While motor insurance ranks as the most commonly switched service, there are signs that an enduring switching culture has infiltrated electricity and gas, too.

Switching activity among energy suppliers has remained relatively steady, according to the Commission for Energy Regulation, with 14pc of electricity and 17pc of gas customers choosing to switch last year.

It mightn't sound like that much, but in fact it represents around 283,000 electricity switches and 109,000 gas switches.

"What is interesting is that the usual events that drive people to switch have been absent," said Simon Moynihan of price comparison site Bonkers.ie "In previous years, big price increases and changes in the PSO (public service obligation) levy motivated people to look for better deals. Over the past year, we have seen a number of small price decreases instead, which normally wouldn't encourage switching".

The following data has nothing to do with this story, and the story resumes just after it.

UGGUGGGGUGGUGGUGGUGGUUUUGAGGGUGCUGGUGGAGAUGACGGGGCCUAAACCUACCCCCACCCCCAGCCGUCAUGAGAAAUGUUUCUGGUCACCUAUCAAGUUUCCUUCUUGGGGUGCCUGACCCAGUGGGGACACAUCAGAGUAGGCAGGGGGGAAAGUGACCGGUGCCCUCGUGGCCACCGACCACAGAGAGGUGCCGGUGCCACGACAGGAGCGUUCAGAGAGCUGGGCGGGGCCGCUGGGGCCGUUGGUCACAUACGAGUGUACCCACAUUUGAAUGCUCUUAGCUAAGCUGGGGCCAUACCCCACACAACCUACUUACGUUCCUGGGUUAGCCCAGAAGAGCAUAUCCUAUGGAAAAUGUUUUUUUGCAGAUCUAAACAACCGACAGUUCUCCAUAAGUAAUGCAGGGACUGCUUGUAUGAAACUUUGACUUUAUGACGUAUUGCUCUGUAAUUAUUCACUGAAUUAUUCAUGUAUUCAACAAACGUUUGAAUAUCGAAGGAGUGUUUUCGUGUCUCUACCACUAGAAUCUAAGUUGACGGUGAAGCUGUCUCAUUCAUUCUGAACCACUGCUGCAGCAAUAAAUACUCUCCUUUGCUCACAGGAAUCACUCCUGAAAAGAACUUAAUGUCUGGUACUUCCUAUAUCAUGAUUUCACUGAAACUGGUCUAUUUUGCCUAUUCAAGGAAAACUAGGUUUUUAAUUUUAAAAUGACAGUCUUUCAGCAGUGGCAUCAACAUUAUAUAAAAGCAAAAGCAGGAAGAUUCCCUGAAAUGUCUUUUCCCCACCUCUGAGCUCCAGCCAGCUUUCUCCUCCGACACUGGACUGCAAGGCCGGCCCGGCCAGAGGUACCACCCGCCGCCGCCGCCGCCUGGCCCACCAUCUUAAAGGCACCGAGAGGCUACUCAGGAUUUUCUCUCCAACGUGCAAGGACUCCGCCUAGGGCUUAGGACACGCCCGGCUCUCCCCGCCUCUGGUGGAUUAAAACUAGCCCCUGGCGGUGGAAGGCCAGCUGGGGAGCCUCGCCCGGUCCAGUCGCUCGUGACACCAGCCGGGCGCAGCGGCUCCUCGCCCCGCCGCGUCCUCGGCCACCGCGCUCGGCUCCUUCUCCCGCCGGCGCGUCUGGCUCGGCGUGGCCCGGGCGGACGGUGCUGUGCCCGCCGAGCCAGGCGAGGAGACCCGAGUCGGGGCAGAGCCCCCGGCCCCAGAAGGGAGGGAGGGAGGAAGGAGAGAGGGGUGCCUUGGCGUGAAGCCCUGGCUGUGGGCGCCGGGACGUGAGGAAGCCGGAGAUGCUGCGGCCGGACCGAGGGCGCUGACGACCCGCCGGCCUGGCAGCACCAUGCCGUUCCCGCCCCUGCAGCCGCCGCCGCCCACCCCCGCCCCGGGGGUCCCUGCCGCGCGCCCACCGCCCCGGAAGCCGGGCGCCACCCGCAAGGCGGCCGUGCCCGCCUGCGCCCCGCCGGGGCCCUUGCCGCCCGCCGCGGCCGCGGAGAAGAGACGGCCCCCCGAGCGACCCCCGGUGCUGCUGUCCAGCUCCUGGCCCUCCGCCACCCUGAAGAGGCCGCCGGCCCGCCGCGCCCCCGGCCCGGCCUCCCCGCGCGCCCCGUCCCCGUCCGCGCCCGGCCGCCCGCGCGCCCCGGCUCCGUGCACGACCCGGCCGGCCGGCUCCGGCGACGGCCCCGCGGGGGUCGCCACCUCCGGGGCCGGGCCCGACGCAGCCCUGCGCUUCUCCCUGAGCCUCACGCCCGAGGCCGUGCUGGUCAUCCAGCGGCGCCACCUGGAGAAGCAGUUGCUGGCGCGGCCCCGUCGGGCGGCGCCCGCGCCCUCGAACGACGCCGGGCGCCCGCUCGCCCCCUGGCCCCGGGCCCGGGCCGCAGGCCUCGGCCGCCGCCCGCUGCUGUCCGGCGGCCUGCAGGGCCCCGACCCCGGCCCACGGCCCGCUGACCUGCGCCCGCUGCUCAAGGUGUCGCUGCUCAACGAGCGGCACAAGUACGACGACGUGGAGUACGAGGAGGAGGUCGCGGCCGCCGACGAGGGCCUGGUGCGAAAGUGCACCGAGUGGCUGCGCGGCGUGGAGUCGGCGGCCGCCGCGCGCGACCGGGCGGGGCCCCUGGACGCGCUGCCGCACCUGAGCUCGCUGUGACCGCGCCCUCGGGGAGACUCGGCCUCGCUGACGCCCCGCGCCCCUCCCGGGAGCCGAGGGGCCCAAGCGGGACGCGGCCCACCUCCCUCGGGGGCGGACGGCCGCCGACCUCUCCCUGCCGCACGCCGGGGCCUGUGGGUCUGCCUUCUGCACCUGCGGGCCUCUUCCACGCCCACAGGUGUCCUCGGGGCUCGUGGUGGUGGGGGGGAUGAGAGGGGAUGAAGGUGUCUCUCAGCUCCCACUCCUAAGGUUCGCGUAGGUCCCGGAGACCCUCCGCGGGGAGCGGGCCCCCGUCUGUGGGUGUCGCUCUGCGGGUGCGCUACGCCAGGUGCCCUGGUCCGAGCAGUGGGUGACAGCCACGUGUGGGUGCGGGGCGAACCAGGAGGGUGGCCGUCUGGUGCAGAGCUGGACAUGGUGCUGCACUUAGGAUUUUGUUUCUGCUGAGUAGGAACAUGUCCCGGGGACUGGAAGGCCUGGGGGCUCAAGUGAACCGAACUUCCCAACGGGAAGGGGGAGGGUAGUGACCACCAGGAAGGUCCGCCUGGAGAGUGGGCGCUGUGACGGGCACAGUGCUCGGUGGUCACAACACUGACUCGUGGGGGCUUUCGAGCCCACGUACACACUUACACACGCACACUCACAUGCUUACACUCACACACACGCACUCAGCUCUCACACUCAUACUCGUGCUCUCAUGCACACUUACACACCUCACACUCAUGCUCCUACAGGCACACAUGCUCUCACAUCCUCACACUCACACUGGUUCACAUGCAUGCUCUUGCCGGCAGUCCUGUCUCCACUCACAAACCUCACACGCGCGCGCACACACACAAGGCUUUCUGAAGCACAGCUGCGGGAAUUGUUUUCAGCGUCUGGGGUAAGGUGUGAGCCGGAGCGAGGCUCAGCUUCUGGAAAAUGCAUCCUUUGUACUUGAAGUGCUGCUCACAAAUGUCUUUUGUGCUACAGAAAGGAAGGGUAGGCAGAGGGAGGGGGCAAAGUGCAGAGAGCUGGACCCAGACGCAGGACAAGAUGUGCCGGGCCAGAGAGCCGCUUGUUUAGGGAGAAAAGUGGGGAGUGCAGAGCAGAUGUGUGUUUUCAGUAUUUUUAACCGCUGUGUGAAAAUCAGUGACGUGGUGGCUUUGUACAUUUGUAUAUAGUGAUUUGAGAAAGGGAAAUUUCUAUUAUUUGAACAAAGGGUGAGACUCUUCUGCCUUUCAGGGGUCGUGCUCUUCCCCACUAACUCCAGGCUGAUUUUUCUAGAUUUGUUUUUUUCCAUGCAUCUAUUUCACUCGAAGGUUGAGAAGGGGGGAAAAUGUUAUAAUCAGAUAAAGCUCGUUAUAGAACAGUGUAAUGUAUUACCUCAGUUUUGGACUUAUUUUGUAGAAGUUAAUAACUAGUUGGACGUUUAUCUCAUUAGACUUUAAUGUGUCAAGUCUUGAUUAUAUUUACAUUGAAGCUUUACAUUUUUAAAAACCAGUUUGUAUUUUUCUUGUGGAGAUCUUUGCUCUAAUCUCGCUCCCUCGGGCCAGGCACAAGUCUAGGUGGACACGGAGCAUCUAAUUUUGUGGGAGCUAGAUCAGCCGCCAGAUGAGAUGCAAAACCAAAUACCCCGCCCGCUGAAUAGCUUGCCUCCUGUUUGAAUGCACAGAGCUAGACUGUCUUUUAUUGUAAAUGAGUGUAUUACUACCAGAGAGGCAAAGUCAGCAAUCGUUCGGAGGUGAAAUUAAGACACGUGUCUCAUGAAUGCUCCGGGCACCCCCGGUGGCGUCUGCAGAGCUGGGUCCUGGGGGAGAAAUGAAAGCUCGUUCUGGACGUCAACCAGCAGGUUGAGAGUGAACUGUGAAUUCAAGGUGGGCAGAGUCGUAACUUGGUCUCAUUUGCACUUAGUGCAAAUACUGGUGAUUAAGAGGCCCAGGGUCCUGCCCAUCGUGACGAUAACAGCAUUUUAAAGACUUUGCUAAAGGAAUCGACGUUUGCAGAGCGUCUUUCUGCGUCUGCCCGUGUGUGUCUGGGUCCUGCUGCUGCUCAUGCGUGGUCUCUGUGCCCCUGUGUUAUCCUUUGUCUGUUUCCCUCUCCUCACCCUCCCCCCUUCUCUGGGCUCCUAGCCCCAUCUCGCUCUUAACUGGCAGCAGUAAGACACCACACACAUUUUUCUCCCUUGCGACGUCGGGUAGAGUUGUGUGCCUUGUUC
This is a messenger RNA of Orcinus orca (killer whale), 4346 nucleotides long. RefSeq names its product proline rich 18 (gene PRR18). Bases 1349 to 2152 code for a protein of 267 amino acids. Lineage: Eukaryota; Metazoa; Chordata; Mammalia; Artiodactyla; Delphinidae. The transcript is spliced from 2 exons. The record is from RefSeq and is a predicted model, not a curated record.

However, he says that the introduction of bigger discounts for new customers (up to 20pc in some cases) has driven switching activity, along with special offers and perks, such as heating controllers, loyalty points and even bill credits up to €100.

"It's the big discounts and special offers which are enabled by lower wholesale prices that are the most striking, and I think these are attracting people to switch."

For example, a customer on standard rates is now paying €1,206 a year for electricity. "By switching to the best deal, that customer can knock €189 off that. If a customer goes for one of the cashback deals, the savings can go up to €232 (Bord Gais Energy 10pc electricity discount plus €100 cashback whenever you want)."


Nearly ten years ago, the Central Bank introduced a code on switching that obliged banks to make the process of switching providers much easier and quicker for consumers. This resulted in a huge spike in the numbers of people switching banks, but these days banks are among the least popular services to switch. But it's not as if banks have made things harder in the meantime.